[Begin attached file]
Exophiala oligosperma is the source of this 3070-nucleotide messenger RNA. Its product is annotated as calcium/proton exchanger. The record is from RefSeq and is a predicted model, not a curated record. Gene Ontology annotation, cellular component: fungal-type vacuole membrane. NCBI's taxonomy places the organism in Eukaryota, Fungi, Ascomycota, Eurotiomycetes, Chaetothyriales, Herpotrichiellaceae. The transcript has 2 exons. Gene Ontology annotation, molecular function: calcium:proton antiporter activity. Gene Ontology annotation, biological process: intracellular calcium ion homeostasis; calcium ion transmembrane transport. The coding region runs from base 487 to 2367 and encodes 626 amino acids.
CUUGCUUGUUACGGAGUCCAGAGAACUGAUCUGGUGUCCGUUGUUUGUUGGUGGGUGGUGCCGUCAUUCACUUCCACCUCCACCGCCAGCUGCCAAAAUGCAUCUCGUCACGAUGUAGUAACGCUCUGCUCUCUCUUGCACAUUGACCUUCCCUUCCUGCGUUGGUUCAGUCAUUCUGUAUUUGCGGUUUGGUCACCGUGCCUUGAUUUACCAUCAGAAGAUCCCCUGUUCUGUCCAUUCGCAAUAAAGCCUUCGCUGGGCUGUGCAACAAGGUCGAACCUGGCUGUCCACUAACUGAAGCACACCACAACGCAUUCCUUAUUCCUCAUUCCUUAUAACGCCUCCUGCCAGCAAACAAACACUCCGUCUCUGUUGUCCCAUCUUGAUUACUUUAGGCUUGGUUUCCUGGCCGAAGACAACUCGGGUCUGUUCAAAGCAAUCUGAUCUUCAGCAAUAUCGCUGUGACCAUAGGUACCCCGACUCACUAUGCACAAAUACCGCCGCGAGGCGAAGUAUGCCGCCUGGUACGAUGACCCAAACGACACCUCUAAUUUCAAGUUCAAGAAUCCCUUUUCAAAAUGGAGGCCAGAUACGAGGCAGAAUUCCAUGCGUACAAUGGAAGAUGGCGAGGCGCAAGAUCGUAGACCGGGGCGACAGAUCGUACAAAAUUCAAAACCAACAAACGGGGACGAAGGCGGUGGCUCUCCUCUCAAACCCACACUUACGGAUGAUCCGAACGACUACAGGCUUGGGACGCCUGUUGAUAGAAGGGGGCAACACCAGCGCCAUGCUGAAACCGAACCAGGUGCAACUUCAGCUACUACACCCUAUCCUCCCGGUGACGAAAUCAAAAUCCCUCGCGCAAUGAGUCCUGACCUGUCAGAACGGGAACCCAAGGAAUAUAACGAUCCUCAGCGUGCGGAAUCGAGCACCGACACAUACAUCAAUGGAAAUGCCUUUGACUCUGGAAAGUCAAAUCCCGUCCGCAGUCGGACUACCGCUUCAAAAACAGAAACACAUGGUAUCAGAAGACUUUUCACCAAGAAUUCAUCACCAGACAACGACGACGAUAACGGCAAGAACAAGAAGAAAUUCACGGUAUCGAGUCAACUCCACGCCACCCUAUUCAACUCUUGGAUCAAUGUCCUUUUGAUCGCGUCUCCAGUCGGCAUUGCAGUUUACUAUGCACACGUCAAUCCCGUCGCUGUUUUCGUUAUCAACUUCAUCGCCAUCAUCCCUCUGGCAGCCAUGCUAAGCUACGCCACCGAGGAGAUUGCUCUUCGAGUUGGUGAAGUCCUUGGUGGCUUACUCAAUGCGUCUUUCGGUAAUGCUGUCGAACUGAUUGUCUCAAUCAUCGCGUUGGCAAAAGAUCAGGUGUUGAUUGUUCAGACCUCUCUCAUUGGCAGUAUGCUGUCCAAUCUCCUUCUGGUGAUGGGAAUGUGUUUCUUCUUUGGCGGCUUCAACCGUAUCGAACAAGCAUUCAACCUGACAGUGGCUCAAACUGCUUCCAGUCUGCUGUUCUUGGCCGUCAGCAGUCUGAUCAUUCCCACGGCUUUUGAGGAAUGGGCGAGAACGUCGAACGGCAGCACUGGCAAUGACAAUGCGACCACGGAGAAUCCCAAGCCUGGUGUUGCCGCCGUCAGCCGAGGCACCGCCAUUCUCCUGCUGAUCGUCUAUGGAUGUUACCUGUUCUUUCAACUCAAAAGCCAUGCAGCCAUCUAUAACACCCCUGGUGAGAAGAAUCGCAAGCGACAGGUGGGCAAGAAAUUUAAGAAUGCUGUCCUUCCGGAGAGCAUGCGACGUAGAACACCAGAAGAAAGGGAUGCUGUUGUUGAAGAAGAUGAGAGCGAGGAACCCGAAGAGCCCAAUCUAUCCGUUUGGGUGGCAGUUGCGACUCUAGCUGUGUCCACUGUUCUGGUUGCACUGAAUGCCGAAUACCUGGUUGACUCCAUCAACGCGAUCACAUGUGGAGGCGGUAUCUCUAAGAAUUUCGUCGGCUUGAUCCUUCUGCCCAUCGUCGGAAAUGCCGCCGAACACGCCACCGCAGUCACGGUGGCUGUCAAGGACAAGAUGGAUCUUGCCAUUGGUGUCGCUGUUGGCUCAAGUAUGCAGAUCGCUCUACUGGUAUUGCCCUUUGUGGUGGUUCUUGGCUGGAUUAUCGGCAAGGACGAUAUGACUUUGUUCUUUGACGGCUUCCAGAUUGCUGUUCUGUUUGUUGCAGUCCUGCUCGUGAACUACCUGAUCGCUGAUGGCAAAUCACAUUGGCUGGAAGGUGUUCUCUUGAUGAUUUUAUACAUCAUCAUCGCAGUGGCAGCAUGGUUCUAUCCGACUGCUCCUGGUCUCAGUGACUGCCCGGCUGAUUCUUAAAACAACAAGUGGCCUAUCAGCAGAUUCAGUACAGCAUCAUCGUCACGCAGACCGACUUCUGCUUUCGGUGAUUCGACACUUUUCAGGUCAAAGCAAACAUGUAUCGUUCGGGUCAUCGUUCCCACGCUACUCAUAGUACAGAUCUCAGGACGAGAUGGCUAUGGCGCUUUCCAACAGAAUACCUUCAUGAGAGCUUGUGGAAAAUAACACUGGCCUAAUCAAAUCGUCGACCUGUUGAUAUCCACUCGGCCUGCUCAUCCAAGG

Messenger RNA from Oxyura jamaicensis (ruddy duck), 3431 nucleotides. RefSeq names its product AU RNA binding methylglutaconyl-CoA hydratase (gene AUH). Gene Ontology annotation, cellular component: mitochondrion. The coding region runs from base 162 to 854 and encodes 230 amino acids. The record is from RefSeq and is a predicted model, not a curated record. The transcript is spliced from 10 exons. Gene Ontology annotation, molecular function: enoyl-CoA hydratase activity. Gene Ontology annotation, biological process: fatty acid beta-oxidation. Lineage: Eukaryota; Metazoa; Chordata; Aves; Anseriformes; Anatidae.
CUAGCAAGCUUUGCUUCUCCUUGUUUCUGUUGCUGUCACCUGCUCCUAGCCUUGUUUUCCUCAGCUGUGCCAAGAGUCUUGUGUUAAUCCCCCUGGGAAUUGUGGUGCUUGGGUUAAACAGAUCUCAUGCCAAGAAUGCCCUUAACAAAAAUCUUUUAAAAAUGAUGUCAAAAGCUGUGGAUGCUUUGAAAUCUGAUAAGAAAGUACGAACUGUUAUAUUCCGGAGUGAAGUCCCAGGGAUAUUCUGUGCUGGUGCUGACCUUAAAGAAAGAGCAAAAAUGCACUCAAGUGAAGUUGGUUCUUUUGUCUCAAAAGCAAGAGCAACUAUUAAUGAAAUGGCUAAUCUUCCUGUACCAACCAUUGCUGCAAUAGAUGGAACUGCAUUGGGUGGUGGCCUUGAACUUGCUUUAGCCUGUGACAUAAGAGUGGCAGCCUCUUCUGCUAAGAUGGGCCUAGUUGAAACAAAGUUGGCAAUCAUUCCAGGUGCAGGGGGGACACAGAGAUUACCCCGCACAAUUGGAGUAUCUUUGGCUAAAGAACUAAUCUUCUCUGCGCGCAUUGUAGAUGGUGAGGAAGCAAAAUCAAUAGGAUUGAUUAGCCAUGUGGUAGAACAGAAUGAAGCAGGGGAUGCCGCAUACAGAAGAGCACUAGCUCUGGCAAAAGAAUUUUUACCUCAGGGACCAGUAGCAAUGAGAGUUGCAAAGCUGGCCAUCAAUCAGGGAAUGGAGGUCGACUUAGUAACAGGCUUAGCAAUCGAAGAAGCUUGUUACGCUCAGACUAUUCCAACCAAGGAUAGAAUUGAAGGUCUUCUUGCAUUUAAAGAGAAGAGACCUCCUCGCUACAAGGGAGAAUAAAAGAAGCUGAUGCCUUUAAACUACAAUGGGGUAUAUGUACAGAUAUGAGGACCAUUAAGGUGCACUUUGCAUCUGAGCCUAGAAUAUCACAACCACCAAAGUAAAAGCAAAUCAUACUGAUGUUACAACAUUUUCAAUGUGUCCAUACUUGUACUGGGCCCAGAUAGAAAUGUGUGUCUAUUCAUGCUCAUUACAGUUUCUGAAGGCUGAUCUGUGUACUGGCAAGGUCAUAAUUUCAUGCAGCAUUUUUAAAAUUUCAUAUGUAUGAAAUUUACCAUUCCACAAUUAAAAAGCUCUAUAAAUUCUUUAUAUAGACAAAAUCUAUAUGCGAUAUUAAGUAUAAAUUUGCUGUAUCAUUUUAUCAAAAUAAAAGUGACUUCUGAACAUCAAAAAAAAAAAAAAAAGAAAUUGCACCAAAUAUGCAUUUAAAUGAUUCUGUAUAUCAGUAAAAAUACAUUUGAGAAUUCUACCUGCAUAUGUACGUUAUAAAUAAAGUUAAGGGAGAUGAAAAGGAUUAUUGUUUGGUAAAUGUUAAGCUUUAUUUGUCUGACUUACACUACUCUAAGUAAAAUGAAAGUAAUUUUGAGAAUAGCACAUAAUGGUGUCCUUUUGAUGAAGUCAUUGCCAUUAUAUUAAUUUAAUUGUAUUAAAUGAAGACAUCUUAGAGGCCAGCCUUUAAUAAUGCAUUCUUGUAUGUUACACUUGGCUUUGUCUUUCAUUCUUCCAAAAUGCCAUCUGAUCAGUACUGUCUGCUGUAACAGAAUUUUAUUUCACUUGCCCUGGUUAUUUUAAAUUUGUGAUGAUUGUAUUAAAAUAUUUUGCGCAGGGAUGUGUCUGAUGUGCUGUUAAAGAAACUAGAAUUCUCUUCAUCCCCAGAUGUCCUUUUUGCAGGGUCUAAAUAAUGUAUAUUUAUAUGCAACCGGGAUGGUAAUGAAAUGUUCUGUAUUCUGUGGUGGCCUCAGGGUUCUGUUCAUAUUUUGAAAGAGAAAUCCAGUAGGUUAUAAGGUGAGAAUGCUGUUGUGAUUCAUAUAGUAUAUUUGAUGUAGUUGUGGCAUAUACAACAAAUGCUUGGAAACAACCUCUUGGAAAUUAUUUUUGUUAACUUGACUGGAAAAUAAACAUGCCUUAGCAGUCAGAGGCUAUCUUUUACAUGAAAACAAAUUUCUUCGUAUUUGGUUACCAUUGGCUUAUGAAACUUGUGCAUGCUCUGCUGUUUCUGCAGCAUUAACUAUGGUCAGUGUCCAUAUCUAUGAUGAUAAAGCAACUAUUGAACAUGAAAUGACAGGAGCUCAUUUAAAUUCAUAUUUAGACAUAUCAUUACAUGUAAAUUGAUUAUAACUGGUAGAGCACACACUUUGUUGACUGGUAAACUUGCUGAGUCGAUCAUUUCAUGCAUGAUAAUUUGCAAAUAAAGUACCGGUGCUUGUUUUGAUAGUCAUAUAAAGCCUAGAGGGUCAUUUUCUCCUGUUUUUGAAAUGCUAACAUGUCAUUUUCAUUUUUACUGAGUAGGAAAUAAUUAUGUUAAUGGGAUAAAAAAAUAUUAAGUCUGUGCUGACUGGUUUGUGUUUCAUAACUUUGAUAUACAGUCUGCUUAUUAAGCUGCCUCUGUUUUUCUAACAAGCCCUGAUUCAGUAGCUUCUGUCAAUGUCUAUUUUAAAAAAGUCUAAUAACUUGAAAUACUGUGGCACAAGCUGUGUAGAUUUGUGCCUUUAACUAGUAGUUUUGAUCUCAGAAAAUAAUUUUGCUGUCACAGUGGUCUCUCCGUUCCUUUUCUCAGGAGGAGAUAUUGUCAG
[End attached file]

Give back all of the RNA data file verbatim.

Exophiala oligosperma is the source of this 3070-nucleotide messenger RNA. Its product is annotated as calcium/proton exchanger. The record is from RefSeq and is a predicted model, not a curated record. Gene Ontology annotation, cellular component: fungal-type vacuole membrane. NCBI's taxonomy places the organism in Eukaryota, Fungi, Ascomycota, Eurotiomycetes, Chaetothyriales, Herpotrichiellaceae. The transcript has 2 exons. Gene Ontology annotation, molecular function: calcium:proton antiporter activity. Gene Ontology annotation, biological process: intracellular calcium ion homeostasis; calcium ion transmembrane transport. The coding region runs from base 487 to 2367 and encodes 626 amino acids.
CUUGCUUGUUACGGAGUCCAGAGAACUGAUCUGGUGUCCGUUGUUUGUUGGUGGGUGGUGCCGUCAUUCACUUCCACCUCCACCGCCAGCUGCCAAAAUGCAUCUCGUCACGAUGUAGUAACGCUCUGCUCUCUCUUGCACAUUGACCUUCCCUUCCUGCGUUGGUUCAGUCAUUCUGUAUUUGCGGUUUGGUCACCGUGCCUUGAUUUACCAUCAGAAGAUCCCCUGUUCUGUCCAUUCGCAAUAAAGCCUUCGCUGGGCUGUGCAACAAGGUCGAACCUGGCUGUCCACUAACUGAAGCACACCACAACGCAUUCCUUAUUCCUCAUUCCUUAUAACGCCUCCUGCCAGCAAACAAACACUCCGUCUCUGUUGUCCCAUCUUGAUUACUUUAGGCUUGGUUUCCUGGCCGAAGACAACUCGGGUCUGUUCAAAGCAAUCUGAUCUUCAGCAAUAUCGCUGUGACCAUAGGUACCCCGACUCACUAUGCACAAAUACCGCCGCGAGGCGAAGUAUGCCGCCUGGUACGAUGACCCAAACGACACCUCUAAUUUCAAGUUCAAGAAUCCCUUUUCAAAAUGGAGGCCAGAUACGAGGCAGAAUUCCAUGCGUACAAUGGAAGAUGGCGAGGCGCAAGAUCGUAGACCGGGGCGACAGAUCGUACAAAAUUCAAAACCAACAAACGGGGACGAAGGCGGUGGCUCUCCUCUCAAACCCACACUUACGGAUGAUCCGAACGACUACAGGCUUGGGACGCCUGUUGAUAGAAGGGGGCAACACCAGCGCCAUGCUGAAACCGAACCAGGUGCAACUUCAGCUACUACACCCUAUCCUCCCGGUGACGAAAUCAAAAUCCCUCGCGCAAUGAGUCCUGACCUGUCAGAACGGGAACCCAAGGAAUAUAACGAUCCUCAGCGUGCGGAAUCGAGCACCGACACAUACAUCAAUGGAAAUGCCUUUGACUCUGGAAAGUCAAAUCCCGUCCGCAGUCGGACUACCGCUUCAAAAACAGAAACACAUGGUAUCAGAAGACUUUUCACCAAGAAUUCAUCACCAGACAACGACGACGAUAACGGCAAGAACAAGAAGAAAUUCACGGUAUCGAGUCAACUCCACGCCACCCUAUUCAACUCUUGGAUCAAUGUCCUUUUGAUCGCGUCUCCAGUCGGCAUUGCAGUUUACUAUGCACACGUCAAUCCCGUCGCUGUUUUCGUUAUCAACUUCAUCGCCAUCAUCCCUCUGGCAGCCAUGCUAAGCUACGCCACCGAGGAGAUUGCUCUUCGAGUUGGUGAAGUCCUUGGUGGCUUACUCAAUGCGUCUUUCGGUAAUGCUGUCGAACUGAUUGUCUCAAUCAUCGCGUUGGCAAAAGAUCAGGUGUUGAUUGUUCAGACCUCUCUCAUUGGCAGUAUGCUGUCCAAUCUCCUUCUGGUGAUGGGAAUGUGUUUCUUCUUUGGCGGCUUCAACCGUAUCGAACAAGCAUUCAACCUGACAGUGGCUCAAACUGCUUCCAGUCUGCUGUUCUUGGCCGUCAGCAGUCUGAUCAUUCCCACGGCUUUUGAGGAAUGGGCGAGAACGUCGAACGGCAGCACUGGCAAUGACAAUGCGACCACGGAGAAUCCCAAGCCUGGUGUUGCCGCCGUCAGCCGAGGCACCGCCAUUCUCCUGCUGAUCGUCUAUGGAUGUUACCUGUUCUUUCAACUCAAAAGCCAUGCAGCCAUCUAUAACACCCCUGGUGAGAAGAAUCGCAAGCGACAGGUGGGCAAGAAAUUUAAGAAUGCUGUCCUUCCGGAGAGCAUGCGACGUAGAACACCAGAAGAAAGGGAUGCUGUUGUUGAAGAAGAUGAGAGCGAGGAACCCGAAGAGCCCAAUCUAUCCGUUUGGGUGGCAGUUGCGACUCUAGCUGUGUCCACUGUUCUGGUUGCACUGAAUGCCGAAUACCUGGUUGACUCCAUCAACGCGAUCACAUGUGGAGGCGGUAUCUCUAAGAAUUUCGUCGGCUUGAUCCUUCUGCCCAUCGUCGGAAAUGCCGCCGAACACGCCACCGCAGUCACGGUGGCUGUCAAGGACAAGAUGGAUCUUGCCAUUGGUGUCGCUGUUGGCUCAAGUAUGCAGAUCGCUCUACUGGUAUUGCCCUUUGUGGUGGUUCUUGGCUGGAUUAUCGGCAAGGACGAUAUGACUUUGUUCUUUGACGGCUUCCAGAUUGCUGUUCUGUUUGUUGCAGUCCUGCUCGUGAACUACCUGAUCGCUGAUGGCAAAUCACAUUGGCUGGAAGGUGUUCUCUUGAUGAUUUUAUACAUCAUCAUCGCAGUGGCAGCAUGGUUCUAUCCGACUGCUCCUGGUCUCAGUGACUGCCCGGCUGAUUCUUAAAACAACAAGUGGCCUAUCAGCAGAUUCAGUACAGCAUCAUCGUCACGCAGACCGACUUCUGCUUUCGGUGAUUCGACACUUUUCAGGUCAAAGCAAACAUGUAUCGUUCGGGUCAUCGUUCCCACGCUACUCAUAGUACAGAUCUCAGGACGAGAUGGCUAUGGCGCUUUCCAACAGAAUACCUUCAUGAGAGCUUGUGGAAAAUAACACUGGCCUAAUCAAAUCGUCGACCUGUUGAUAUCCACUCGGCCUGCUCAUCCAAGG

Messenger RNA from Oxyura jamaicensis (ruddy duck), 3431 nucleotides. RefSeq names its product AU RNA binding methylglutaconyl-CoA hydratase (gene AUH). Gene Ontology annotation, cellular component: mitochondrion. The coding region runs from base 162 to 854 and encodes 230 amino acids. The record is from RefSeq and is a predicted model, not a curated record. The transcript is spliced from 10 exons. Gene Ontology annotation, molecular function: enoyl-CoA hydratase activity. Gene Ontology annotation, biological process: fatty acid beta-oxidation. Lineage: Eukaryota; Metazoa; Chordata; Aves; Anseriformes; Anatidae.
CUAGCAAGCUUUGCUUCUCCUUGUUUCUGUUGCUGUCACCUGCUCCUAGCCUUGUUUUCCUCAGCUGUGCCAAGAGUCUUGUGUUAAUCCCCCUGGGAAUUGUGGUGCUUGGGUUAAACAGAUCUCAUGCCAAGAAUGCCCUUAACAAAAAUCUUUUAAAAAUGAUGUCAAAAGCUGUGGAUGCUUUGAAAUCUGAUAAGAAAGUACGAACUGUUAUAUUCCGGAGUGAAGUCCCAGGGAUAUUCUGUGCUGGUGCUGACCUUAAAGAAAGAGCAAAAAUGCACUCAAGUGAAGUUGGUUCUUUUGUCUCAAAAGCAAGAGCAACUAUUAAUGAAAUGGCUAAUCUUCCUGUACCAACCAUUGCUGCAAUAGAUGGAACUGCAUUGGGUGGUGGCCUUGAACUUGCUUUAGCCUGUGACAUAAGAGUGGCAGCCUCUUCUGCUAAGAUGGGCCUAGUUGAAACAAAGUUGGCAAUCAUUCCAGGUGCAGGGGGGACACAGAGAUUACCCCGCACAAUUGGAGUAUCUUUGGCUAAAGAACUAAUCUUCUCUGCGCGCAUUGUAGAUGGUGAGGAAGCAAAAUCAAUAGGAUUGAUUAGCCAUGUGGUAGAACAGAAUGAAGCAGGGGAUGCCGCAUACAGAAGAGCACUAGCUCUGGCAAAAGAAUUUUUACCUCAGGGACCAGUAGCAAUGAGAGUUGCAAAGCUGGCCAUCAAUCAGGGAAUGGAGGUCGACUUAGUAACAGGCUUAGCAAUCGAAGAAGCUUGUUACGCUCAGACUAUUCCAACCAAGGAUAGAAUUGAAGGUCUUCUUGCAUUUAAAGAGAAGAGACCUCCUCGCUACAAGGGAGAAUAAAAGAAGCUGAUGCCUUUAAACUACAAUGGGGUAUAUGUACAGAUAUGAGGACCAUUAAGGUGCACUUUGCAUCUGAGCCUAGAAUAUCACAACCACCAAAGUAAAAGCAAAUCAUACUGAUGUUACAACAUUUUCAAUGUGUCCAUACUUGUACUGGGCCCAGAUAGAAAUGUGUGUCUAUUCAUGCUCAUUACAGUUUCUGAAGGCUGAUCUGUGUACUGGCAAGGUCAUAAUUUCAUGCAGCAUUUUUAAAAUUUCAUAUGUAUGAAAUUUACCAUUCCACAAUUAAAAAGCUCUAUAAAUUCUUUAUAUAGACAAAAUCUAUAUGCGAUAUUAAGUAUAAAUUUGCUGUAUCAUUUUAUCAAAAUAAAAGUGACUUCUGAACAUCAAAAAAAAAAAAAAAAGAAAUUGCACCAAAUAUGCAUUUAAAUGAUUCUGUAUAUCAGUAAAAAUACAUUUGAGAAUUCUACCUGCAUAUGUACGUUAUAAAUAAAGUUAAGGGAGAUGAAAAGGAUUAUUGUUUGGUAAAUGUUAAGCUUUAUUUGUCUGACUUACACUACUCUAAGUAAAAUGAAAGUAAUUUUGAGAAUAGCACAUAAUGGUGUCCUUUUGAUGAAGUCAUUGCCAUUAUAUUAAUUUAAUUGUAUUAAAUGAAGACAUCUUAGAGGCCAGCCUUUAAUAAUGCAUUCUUGUAUGUUACACUUGGCUUUGUCUUUCAUUCUUCCAAAAUGCCAUCUGAUCAGUACUGUCUGCUGUAACAGAAUUUUAUUUCACUUGCCCUGGUUAUUUUAAAUUUGUGAUGAUUGUAUUAAAAUAUUUUGCGCAGGGAUGUGUCUGAUGUGCUGUUAAAGAAACUAGAAUUCUCUUCAUCCCCAGAUGUCCUUUUUGCAGGGUCUAAAUAAUGUAUAUUUAUAUGCAACCGGGAUGGUAAUGAAAUGUUCUGUAUUCUGUGGUGGCCUCAGGGUUCUGUUCAUAUUUUGAAAGAGAAAUCCAGUAGGUUAUAAGGUGAGAAUGCUGUUGUGAUUCAUAUAGUAUAUUUGAUGUAGUUGUGGCAUAUACAACAAAUGCUUGGAAACAACCUCUUGGAAAUUAUUUUUGUUAACUUGACUGGAAAAUAAACAUGCCUUAGCAGUCAGAGGCUAUCUUUUACAUGAAAACAAAUUUCUUCGUAUUUGGUUACCAUUGGCUUAUGAAACUUGUGCAUGCUCUGCUGUUUCUGCAGCAUUAACUAUGGUCAGUGUCCAUAUCUAUGAUGAUAAAGCAACUAUUGAACAUGAAAUGACAGGAGCUCAUUUAAAUUCAUAUUUAGACAUAUCAUUACAUGUAAAUUGAUUAUAACUGGUAGAGCACACACUUUGUUGACUGGUAAACUUGCUGAGUCGAUCAUUUCAUGCAUGAUAAUUUGCAAAUAAAGUACCGGUGCUUGUUUUGAUAGUCAUAUAAAGCCUAGAGGGUCAUUUUCUCCUGUUUUUGAAAUGCUAACAUGUCAUUUUCAUUUUUACUGAGUAGGAAAUAAUUAUGUUAAUGGGAUAAAAAAAUAUUAAGUCUGUGCUGACUGGUUUGUGUUUCAUAACUUUGAUAUACAGUCUGCUUAUUAAGCUGCCUCUGUUUUUCUAACAAGCCCUGAUUCAGUAGCUUCUGUCAAUGUCUAUUUUAAAAAAGUCUAAUAACUUGAAAUACUGUGGCACAAGCUGUGUAGAUUUGUGCCUUUAACUAGUAGUUUUGAUCUCAGAAAAUAAUUUUGCUGUCACAGUGGUCUCUCCGUUCCUUUUCUCAGGAGGAGAUAUUGUCAG